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Lawsuits multiply over Fillmore Heritage Center

Opening night of the Fillmore Heritage Center in November 2007.

NEIGHBORHOOD BUSINESSMAN Agonafer Shiferaw has filed a lawsuit in federal court alleging fraud and deceit at the Fillmore Heritage Center. It charges that Mayor London Breed, Supervisor Vallie Brown and other city officials violated laws and engaged in other wrongdoing that has cost roughly $100 million in failed public and private investments — and “contributed to the stagnant economic conditions that continue to plague the city’s historic Fillmore District.”

Shiferaw, who owns local commercial real estate and formerly operated the Rasselas Jazz Club at 1534 Fillmore, alleges the city’s attempt to find a new owner of the center — including the vast space once occupied by Yoshi’s jazz club and restaurant — “was characterized by irregularities that side-stepped procedural safeguards.”

Four days before Christmas, he filed for an injunction to prevent the city from further leasing or selling the center. The issue is scheduled to be heard on February 13.

The suit zeroes in on the city’s request for proposals in February 2017, which Shiferaw claims bypassed prescribed procedures and set up a biased review panel of community and city representatives. The lawsuit alleges some members “had no discernible connection to the community, nor any qualifications other than that they were friends and supporters of London Breed” and that Breed informed two panel members — including the Rev. Amos Brown, who is also named as a defendant in the case — that they had been selected even before the process was announced.

Shiferaw, doing business as the Republic of Fillmore, claims that he submitted a timely proposal that met all of the conditions specified: having immediately available capital, offering a viable business plan and including a diverse set of community benefits. But he contends that when he complained to the city attorney and the Ethics Commission that the review was not being conducted fairly, the city abruptly terminated the process, rejecting all proposals. The suit charges the effort “was a fraud and a charade from start to finish, designed as a pretext and a smokescreen to sidestep state and local government contracting and bidding laws, and to steer the project into the hands of defendants’ chosen cronies.”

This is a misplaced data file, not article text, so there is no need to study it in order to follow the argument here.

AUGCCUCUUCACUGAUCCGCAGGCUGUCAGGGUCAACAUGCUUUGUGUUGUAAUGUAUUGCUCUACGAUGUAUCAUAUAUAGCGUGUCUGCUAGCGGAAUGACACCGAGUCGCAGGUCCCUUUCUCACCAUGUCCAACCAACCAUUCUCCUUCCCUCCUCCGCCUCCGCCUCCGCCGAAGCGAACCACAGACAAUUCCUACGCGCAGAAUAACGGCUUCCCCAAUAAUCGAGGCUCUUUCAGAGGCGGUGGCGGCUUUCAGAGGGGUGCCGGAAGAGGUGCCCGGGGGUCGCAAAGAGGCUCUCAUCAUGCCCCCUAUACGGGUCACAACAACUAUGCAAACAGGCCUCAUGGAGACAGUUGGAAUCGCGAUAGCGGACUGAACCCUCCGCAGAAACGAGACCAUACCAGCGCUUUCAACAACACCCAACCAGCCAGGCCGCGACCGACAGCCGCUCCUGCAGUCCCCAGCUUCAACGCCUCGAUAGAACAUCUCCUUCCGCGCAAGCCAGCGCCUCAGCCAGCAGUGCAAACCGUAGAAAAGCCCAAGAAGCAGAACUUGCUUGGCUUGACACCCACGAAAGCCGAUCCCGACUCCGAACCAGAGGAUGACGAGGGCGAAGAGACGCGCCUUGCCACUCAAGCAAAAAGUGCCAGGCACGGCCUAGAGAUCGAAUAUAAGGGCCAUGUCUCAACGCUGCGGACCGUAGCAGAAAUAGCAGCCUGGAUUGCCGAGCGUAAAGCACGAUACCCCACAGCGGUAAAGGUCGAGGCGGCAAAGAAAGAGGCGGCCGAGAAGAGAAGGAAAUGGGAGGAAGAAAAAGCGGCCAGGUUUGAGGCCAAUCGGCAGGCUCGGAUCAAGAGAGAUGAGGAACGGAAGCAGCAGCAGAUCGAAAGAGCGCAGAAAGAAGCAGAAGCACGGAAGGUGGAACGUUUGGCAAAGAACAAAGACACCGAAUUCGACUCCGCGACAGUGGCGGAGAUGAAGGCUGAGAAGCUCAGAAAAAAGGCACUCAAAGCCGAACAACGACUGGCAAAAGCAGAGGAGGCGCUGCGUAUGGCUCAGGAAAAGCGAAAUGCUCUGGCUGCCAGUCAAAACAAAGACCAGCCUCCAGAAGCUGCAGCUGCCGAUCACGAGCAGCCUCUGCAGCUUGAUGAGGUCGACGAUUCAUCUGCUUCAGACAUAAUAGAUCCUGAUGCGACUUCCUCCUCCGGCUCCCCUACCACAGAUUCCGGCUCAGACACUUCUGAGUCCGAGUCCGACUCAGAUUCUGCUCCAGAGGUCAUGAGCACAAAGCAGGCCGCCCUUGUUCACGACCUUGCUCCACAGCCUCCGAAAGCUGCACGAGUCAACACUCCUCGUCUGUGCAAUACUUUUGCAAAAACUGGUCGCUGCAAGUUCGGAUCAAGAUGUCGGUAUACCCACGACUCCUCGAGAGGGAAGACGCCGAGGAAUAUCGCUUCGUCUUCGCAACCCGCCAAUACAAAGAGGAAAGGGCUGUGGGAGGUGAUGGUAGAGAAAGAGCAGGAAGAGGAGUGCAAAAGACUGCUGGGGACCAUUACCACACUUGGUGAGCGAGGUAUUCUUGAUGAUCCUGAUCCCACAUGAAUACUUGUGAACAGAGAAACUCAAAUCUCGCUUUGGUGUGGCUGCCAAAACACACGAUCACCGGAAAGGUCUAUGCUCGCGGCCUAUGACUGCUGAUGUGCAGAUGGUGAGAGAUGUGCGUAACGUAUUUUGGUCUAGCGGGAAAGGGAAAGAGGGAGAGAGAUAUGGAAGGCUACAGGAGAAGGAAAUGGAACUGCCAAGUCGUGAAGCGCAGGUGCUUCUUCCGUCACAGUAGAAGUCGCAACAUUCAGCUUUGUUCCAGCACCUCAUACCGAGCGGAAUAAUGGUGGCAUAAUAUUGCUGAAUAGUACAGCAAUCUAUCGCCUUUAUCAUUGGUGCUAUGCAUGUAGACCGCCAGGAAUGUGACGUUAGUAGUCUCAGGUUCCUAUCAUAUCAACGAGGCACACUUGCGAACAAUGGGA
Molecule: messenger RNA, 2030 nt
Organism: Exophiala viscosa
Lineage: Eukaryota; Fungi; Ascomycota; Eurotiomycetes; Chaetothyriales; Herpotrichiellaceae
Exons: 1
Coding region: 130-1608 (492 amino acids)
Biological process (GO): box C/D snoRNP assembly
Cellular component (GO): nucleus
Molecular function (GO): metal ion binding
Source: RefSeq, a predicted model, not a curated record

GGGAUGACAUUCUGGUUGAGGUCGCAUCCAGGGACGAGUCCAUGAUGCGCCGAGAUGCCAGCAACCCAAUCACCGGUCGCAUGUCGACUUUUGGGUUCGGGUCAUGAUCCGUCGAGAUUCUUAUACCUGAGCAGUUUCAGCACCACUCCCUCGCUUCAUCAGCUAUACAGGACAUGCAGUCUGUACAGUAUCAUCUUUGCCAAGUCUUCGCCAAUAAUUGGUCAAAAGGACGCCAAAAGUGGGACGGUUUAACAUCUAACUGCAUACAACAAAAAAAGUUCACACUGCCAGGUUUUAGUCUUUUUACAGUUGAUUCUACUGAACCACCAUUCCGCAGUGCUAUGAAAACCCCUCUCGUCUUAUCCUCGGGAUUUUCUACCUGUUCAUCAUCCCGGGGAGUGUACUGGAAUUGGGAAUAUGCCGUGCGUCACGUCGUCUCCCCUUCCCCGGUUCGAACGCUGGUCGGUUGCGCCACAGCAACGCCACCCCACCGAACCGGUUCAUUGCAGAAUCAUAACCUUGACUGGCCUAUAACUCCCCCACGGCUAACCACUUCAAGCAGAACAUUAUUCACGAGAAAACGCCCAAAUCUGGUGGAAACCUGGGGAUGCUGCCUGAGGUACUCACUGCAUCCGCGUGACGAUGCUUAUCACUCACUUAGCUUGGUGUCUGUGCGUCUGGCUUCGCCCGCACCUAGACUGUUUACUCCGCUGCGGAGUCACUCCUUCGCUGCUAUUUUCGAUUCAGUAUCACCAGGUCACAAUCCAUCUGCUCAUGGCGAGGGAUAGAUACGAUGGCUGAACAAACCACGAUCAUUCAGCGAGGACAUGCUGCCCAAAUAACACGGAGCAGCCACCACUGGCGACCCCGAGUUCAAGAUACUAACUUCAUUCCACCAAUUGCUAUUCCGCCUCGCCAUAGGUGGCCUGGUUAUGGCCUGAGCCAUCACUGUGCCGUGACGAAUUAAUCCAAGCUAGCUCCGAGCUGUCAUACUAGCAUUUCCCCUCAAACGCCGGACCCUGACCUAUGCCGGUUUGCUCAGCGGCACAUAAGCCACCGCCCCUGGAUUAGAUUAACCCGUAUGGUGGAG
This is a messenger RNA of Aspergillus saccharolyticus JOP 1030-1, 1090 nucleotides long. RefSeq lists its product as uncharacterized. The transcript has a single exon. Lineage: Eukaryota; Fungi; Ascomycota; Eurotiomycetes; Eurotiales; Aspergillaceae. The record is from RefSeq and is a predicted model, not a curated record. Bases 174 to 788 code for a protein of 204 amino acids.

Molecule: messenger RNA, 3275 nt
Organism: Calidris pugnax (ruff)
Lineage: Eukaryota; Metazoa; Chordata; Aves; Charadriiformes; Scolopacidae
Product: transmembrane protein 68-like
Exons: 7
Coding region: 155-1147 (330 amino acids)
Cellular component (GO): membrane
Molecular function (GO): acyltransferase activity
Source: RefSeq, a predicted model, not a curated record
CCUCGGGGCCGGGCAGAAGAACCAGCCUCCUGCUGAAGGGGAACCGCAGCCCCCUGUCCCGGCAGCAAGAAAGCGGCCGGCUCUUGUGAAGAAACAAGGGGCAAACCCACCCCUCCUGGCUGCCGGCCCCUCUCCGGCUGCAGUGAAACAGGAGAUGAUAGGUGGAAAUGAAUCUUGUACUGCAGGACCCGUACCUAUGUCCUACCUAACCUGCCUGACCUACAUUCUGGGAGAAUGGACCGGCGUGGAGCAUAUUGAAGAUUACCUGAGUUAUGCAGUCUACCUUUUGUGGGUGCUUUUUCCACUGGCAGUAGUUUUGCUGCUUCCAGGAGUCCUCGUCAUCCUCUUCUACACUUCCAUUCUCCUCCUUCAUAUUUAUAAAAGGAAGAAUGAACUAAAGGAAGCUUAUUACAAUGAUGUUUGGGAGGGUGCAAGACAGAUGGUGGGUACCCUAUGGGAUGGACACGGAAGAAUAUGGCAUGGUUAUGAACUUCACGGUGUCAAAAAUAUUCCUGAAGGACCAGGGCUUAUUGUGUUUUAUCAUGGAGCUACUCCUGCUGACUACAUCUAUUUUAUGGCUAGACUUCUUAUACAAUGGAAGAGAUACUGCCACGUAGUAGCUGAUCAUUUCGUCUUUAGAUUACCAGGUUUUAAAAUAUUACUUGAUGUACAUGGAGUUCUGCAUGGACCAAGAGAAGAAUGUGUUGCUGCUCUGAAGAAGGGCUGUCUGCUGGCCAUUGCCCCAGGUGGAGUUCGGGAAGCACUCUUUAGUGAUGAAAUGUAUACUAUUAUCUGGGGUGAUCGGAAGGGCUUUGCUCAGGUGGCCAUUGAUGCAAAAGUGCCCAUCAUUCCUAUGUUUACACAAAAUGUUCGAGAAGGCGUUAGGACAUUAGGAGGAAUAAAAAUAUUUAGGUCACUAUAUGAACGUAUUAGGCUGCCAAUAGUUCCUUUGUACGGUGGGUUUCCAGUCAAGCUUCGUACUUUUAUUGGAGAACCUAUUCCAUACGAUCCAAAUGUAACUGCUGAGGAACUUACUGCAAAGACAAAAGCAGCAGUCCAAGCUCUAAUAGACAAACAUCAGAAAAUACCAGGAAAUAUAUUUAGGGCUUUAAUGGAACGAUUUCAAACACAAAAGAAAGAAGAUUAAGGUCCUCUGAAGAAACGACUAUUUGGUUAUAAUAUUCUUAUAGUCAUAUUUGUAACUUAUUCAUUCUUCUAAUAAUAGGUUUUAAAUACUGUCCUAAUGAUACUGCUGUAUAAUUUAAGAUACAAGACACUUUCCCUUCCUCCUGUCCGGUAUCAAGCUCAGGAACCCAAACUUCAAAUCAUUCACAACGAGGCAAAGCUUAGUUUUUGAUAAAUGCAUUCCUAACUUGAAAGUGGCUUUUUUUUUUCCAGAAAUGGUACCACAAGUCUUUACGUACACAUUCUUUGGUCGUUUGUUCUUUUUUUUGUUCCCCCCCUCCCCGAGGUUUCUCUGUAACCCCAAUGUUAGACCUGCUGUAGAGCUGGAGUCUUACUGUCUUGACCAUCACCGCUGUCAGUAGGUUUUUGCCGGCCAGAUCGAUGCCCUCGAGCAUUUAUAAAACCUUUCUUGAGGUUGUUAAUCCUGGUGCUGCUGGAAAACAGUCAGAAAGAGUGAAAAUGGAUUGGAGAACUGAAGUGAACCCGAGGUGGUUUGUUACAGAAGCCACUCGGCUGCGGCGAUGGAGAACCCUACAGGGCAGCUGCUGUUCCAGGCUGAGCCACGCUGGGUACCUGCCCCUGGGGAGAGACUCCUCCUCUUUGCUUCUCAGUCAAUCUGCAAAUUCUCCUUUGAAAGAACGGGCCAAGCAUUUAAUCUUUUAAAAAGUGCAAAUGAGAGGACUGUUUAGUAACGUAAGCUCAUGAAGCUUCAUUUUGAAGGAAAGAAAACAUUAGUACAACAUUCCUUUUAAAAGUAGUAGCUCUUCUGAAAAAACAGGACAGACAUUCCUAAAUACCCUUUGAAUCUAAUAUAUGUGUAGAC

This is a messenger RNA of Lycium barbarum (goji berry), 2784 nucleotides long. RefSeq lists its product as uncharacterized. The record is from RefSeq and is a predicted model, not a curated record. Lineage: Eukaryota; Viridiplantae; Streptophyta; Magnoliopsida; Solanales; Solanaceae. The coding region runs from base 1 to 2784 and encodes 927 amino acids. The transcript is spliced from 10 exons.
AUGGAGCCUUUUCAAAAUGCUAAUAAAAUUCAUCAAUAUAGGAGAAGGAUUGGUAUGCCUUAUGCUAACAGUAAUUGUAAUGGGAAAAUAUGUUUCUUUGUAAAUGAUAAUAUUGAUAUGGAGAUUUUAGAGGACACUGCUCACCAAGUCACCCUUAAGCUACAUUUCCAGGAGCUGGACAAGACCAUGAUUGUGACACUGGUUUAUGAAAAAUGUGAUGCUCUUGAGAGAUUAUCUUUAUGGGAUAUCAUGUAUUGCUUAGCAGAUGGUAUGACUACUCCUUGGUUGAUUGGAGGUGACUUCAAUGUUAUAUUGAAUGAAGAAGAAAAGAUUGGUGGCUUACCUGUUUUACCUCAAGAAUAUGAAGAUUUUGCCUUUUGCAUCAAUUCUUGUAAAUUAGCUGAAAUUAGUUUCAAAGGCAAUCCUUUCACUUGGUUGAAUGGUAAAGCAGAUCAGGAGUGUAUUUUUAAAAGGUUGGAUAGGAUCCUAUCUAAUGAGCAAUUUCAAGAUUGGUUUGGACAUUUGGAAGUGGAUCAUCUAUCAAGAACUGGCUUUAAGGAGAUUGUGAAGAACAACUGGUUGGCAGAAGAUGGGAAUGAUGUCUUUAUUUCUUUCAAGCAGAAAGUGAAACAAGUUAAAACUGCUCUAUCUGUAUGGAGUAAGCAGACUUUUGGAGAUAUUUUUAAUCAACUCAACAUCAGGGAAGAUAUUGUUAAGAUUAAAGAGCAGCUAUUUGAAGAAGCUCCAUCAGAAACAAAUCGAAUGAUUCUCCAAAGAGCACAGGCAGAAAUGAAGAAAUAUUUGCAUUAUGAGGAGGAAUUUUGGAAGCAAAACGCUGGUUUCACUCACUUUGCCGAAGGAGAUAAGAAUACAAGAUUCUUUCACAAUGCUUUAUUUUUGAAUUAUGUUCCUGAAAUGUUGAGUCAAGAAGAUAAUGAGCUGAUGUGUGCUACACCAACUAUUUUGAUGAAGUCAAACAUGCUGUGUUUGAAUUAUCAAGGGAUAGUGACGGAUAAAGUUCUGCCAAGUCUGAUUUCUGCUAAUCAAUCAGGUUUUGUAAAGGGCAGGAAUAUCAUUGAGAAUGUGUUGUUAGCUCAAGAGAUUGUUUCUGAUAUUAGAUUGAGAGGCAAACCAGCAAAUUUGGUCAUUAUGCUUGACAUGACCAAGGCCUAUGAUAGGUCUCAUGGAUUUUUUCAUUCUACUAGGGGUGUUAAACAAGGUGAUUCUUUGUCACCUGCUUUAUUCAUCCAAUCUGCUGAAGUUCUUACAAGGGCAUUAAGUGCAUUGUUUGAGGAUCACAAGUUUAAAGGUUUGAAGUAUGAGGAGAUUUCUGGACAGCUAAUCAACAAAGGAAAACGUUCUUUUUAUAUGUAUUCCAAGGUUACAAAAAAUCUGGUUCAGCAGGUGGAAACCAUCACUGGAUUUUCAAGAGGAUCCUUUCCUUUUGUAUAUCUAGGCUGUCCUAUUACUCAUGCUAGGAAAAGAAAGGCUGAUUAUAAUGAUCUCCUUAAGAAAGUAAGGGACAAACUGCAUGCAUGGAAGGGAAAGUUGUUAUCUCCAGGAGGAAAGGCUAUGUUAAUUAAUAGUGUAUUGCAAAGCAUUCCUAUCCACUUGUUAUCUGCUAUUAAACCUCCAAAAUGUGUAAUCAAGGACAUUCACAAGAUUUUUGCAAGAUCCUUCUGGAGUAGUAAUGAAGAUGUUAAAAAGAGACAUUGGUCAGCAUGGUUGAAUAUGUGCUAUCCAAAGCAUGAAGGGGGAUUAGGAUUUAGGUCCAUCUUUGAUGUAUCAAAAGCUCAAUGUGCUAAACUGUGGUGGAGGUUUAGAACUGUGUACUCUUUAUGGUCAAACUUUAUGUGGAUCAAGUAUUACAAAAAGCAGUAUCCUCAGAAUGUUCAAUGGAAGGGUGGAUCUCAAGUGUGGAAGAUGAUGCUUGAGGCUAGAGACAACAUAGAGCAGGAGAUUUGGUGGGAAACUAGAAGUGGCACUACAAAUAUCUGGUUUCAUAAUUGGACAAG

In October, the city gave control of the center, plus $50,000 to stage events under a six-month lease, to the New Community Leadership Foundation and the San Francisco Housing Development Corp. Shiferaw’s suit claims neither group has experience operating an entertainment venue.

Other lawsuits related to the center are also pending. Last August, the city attorney sued developer Michael Johnson, seeking repayment of $5.5 million plus interest that Johnson borrowed to build the center, but has not repaid.

In response, Johnson countersued the city, alleging city officials engaged in bad faith conduct by insisting that the venue continue to operate as a jazz club and restaurant “even when it became readily apparent that this use was not economically viable.” As a result, his lawsuit contends, while Yoshi’s on Fillmore generated an average of $10 million for each of the six years it operated, it had net losses of more than $350,000 each year.

Johnson claims he obtained an offer from Whole Foods to operate a grocery store, restaurant and brew pub in the space, which the city ignored. A jury trial has been requested, but no court date has been set.